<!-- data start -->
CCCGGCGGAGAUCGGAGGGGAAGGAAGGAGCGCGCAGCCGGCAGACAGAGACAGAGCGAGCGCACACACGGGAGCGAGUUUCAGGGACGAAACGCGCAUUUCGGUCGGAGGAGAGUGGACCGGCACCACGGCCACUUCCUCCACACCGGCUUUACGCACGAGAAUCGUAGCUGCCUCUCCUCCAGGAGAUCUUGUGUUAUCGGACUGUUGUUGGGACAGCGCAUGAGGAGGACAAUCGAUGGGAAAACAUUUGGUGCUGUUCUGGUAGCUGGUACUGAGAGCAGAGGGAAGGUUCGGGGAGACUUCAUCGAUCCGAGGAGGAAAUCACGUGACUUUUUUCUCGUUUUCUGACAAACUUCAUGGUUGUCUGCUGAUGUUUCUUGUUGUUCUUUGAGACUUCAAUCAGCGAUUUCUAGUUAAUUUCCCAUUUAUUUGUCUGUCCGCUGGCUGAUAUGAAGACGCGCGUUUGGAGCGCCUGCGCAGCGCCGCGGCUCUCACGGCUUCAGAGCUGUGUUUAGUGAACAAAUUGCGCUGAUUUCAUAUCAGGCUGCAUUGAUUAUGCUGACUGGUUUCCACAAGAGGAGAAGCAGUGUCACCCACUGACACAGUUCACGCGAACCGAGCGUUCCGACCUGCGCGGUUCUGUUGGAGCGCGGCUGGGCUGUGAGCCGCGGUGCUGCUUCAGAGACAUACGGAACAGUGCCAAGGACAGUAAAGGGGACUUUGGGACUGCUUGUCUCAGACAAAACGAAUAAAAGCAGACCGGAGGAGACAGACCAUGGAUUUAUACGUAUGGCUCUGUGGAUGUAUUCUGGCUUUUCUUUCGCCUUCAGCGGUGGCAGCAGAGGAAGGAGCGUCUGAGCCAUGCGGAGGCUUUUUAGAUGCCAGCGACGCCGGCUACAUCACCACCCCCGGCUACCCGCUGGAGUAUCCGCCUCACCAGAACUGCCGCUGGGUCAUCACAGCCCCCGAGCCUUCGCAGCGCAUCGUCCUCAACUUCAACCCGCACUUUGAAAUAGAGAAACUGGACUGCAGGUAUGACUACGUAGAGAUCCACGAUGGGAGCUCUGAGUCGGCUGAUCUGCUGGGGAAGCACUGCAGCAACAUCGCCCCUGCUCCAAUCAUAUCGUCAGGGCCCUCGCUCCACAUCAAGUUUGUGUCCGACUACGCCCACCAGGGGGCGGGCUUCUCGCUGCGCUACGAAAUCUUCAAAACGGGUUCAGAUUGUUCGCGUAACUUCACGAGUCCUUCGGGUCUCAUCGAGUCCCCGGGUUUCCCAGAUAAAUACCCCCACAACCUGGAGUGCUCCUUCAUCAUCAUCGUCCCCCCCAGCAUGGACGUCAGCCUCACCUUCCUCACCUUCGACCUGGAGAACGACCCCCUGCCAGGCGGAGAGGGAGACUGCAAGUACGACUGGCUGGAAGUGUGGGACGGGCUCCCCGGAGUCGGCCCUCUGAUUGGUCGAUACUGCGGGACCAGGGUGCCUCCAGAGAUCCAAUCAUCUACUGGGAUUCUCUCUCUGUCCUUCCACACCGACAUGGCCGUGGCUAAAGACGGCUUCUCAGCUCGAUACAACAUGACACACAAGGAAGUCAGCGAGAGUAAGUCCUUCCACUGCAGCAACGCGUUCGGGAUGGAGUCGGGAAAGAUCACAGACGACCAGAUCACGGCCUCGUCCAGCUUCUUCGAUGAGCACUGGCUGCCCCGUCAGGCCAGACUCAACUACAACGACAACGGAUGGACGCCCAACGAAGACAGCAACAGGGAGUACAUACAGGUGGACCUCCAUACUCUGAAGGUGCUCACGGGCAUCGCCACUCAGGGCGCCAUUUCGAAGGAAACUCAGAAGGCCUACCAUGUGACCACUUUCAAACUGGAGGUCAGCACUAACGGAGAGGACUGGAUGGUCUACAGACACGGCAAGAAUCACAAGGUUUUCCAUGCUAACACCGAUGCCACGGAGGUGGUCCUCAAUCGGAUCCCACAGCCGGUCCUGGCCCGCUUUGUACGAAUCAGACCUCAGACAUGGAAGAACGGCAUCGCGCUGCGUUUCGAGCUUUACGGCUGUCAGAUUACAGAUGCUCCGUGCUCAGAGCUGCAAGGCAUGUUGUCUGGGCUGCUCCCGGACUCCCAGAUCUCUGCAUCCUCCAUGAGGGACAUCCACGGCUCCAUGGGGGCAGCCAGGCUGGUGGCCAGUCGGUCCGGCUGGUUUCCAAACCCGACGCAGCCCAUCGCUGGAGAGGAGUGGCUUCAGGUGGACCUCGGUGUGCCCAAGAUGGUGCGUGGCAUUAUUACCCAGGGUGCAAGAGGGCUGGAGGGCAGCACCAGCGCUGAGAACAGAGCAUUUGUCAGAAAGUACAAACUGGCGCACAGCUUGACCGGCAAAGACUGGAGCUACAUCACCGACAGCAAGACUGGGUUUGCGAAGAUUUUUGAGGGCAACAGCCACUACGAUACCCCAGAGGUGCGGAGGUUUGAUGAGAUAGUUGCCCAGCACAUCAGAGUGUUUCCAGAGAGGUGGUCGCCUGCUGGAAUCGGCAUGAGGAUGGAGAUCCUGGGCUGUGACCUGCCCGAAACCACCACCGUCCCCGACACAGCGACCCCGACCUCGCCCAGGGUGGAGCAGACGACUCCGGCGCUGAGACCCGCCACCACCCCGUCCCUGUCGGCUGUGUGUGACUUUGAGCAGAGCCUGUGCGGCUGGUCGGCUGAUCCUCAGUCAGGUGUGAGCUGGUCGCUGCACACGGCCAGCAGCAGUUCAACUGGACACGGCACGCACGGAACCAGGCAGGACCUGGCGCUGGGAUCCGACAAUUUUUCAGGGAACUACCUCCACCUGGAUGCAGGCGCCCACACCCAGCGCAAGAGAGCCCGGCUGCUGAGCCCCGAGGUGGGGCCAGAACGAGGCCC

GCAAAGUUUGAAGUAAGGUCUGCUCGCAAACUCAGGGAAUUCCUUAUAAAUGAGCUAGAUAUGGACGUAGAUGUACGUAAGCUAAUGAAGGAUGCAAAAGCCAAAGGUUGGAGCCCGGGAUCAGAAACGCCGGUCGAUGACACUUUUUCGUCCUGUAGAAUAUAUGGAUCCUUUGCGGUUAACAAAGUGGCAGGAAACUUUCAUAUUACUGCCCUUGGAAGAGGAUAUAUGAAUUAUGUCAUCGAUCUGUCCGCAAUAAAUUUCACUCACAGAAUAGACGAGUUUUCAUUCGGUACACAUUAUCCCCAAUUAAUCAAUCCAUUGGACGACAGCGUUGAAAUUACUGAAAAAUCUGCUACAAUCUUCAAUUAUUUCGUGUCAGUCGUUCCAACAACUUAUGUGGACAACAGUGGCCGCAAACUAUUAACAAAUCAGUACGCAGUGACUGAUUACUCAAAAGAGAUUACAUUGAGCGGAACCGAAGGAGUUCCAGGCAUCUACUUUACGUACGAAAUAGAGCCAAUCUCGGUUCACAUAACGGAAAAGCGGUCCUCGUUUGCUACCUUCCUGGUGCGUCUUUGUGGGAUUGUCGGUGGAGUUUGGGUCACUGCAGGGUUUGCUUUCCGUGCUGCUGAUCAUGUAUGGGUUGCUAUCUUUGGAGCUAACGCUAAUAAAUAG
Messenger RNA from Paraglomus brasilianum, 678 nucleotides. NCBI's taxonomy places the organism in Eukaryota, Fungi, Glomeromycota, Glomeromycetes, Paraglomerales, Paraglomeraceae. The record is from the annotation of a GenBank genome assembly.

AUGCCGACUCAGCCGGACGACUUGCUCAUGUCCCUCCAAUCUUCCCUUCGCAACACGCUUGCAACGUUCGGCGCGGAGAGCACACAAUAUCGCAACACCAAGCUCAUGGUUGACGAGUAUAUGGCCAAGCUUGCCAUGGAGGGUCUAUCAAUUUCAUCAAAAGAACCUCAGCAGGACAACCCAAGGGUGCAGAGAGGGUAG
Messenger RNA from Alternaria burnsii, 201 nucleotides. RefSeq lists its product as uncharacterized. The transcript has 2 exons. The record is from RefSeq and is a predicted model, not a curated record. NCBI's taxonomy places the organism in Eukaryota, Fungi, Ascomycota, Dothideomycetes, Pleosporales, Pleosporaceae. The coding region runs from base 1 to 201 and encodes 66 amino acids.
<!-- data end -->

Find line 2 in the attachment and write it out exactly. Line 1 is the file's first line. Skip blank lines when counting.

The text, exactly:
GCAAAGUUUGAAGUAAGGUCUGCUCGCAAACUCAGGGAAUUCCUUAUAAAUGAGCUAGAUAUGGACGUAGAUGUACGUAAGCUAAUGAAGGAUGCAAAAGCCAAAGGUUGGAGCCCGGGAUCAGAAACGCCGGUCGAUGACACUUUUUCGUCCUGUAGAAUAUAUGGAUCCUUUGCGGUUAACAAAGUGGCAGGAAACUUUCAUAUUACUGCCCUUGGAAGAGGAUAUAUGAAUUAUGUCAUCGAUCUGUCCGCAAUAAAUUUCACUCACAGAAUAGACGAGUUUUCAUUCGGUACACAUUAUCCCCAAUUAAUCAAUCCAUUGGACGACAGCGUUGAAAUUACUGAAAAAUCUGCUACAAUCUUCAAUUAUUUCGUGUCAGUCGUUCCAACAACUUAUGUGGACAACAGUGGCCGCAAACUAUUAACAAAUCAGUACGCAGUGACUGAUUACUCAAAAGAGAUUACAUUGAGCGGAACCGAAGGAGUUCCAGGCAUCUACUUUACGUACGAAAUAGAGCCAAUCUCGGUUCACAUAACGGAAAAGCGGUCCUCGUUUGCUACCUUCCUGGUGCGUCUUUGUGGGAUUGUCGGUGGAGUUUGGGUCACUGCAGGGUUUGCUUUCCGUGCUGCUGAUCAUGUAUGGGUUGCUAUCUUUGGAGCUAACGCUAAUAAAUAG